1. Limited time only! Sign up for a free 30min personal tutor trial with Chegg Tutors
    Dismiss Notice
Dismiss Notice
Join Physics Forums Today!
The friendliest, high quality science and math community on the planet! Everyone who loves science is here!

Calculate the Effective Spring Constant using Coulomb's Law

  1. Apr 22, 2009 #1
    1. The problem statement, all variables and given/known data
    Consider a segment of a molecule of DNA that is a coil with an overall length of 2.1*10^-6 m. If the ends of the molecule become singly ionized (one end loosing a single electron and the other end gaining a single electron) the helical molecule acts like a spring and compresses by 1.08% of its original length. Determine the effective spring constant of the molecule.

    2. Relevant equations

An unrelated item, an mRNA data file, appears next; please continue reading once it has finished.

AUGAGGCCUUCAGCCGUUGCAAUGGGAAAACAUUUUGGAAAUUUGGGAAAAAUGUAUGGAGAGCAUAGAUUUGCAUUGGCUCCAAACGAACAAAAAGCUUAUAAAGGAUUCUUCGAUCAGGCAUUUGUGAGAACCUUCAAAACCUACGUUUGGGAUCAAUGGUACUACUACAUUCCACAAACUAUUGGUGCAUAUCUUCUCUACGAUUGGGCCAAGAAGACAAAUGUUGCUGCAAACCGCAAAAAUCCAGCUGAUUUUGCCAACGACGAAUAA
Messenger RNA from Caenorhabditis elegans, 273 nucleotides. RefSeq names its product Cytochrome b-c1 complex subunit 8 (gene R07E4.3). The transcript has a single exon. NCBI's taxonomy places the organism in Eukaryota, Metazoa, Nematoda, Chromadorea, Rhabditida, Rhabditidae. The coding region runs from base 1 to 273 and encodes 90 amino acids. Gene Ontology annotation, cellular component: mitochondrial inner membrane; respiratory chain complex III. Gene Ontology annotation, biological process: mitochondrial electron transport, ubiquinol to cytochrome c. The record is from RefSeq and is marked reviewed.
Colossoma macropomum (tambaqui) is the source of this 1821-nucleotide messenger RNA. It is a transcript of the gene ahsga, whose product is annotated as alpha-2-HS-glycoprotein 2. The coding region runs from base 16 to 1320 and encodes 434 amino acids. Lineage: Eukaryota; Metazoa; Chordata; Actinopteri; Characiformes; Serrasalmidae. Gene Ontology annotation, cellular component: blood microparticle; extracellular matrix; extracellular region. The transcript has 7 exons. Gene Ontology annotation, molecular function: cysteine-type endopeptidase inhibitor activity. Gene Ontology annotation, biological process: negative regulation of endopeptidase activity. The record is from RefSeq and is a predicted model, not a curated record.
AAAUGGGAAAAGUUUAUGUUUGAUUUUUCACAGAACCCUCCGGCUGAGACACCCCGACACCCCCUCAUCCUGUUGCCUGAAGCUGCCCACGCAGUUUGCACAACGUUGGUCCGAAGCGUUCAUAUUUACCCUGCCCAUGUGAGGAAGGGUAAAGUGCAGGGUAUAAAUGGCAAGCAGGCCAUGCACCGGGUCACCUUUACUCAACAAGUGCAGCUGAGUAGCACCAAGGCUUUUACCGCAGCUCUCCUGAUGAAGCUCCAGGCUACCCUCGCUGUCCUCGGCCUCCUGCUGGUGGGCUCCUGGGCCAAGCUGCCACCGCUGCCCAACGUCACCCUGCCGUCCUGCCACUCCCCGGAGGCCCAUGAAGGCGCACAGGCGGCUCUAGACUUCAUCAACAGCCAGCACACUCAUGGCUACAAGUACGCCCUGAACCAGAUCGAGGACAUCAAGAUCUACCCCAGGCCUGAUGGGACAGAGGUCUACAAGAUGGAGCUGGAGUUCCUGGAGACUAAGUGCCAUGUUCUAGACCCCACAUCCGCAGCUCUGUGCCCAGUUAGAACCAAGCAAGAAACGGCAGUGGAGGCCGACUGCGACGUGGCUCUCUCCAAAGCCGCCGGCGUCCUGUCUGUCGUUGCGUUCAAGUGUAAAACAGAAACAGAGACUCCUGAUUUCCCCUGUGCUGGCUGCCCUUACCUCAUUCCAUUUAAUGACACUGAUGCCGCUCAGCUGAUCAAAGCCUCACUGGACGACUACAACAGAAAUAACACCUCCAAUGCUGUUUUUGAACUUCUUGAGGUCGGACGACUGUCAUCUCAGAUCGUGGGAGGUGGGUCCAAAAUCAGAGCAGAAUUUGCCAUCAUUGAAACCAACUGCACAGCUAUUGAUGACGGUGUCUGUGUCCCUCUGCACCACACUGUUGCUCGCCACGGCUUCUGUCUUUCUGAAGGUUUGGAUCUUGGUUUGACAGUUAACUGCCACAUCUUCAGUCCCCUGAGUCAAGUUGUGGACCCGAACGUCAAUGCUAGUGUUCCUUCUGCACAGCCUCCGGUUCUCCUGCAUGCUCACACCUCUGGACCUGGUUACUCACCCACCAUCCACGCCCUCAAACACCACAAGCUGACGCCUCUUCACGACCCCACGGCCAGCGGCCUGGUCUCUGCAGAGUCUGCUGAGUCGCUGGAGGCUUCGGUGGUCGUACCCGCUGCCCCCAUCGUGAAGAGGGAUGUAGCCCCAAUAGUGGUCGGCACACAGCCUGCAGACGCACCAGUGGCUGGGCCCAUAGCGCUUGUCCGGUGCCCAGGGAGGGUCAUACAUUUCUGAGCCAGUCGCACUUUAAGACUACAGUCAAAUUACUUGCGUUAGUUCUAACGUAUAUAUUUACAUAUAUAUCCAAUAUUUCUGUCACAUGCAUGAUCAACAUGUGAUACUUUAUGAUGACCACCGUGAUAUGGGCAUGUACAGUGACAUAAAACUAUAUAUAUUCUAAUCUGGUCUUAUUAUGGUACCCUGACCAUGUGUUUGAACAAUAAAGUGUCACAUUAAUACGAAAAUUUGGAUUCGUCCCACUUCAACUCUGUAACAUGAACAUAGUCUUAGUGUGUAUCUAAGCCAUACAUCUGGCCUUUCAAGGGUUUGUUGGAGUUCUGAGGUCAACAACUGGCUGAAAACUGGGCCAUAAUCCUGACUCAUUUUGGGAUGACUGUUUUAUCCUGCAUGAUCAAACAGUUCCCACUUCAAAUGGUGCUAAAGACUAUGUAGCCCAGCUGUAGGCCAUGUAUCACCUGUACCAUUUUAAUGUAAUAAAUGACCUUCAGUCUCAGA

F(elec)= F(spring)
    ke* [(Q1*Q2)/r]= k*(change in r)

    3. The attempt at a solution
    The DNA will have a charge of +e and one end and -e at the other end which we will plug in for our Q1 and Q2 values.

    I'm particularly concerned if I calculated the radius and change in radius correctly:
    Calculate change in r:
    .0108*(2.1*10^-6 m)= 2.3*10^-8 m

    Calculate r:
    2.1*10^.6 m- 2.3*10^-8 m= 2.1 *10^-6 m
    It seems fishy that my r is the same as my r initial.

    Plug in to equation: ke* [(Q1*Q2)/r]= k*(change in r)
    8.99*10^9 Nm^2/C^2 *[(-1.60*10^-19C)*(+1.60*10^-19C)/ (2.1*10^-6 m)]= k*(2.1*10^-6 m)

    k= -4.76*10^-15
  2. jcsd
  3. Apr 23, 2009 #2


    User Avatar
    Staff Emeritus
    Science Advisor
    Homework Helper

    For the electrostatic force, it should be r2 rather than r.

    Note that r is known to about 5% accuracy, while the change in r is only about 1%. Or put another way, the 2.3*10-8 would affect the 2nd decimal place of 2.1*10-6, but we are only accurate to 1 decimal place there.

    Couple of errors being made here. The r2 I mentioned earlier. Also, shouldn't the change in r, 2.3*10-8 m enter in here somewhere?
Know someone interested in this topic? Share this thread via Reddit, Google+, Twitter, or Facebook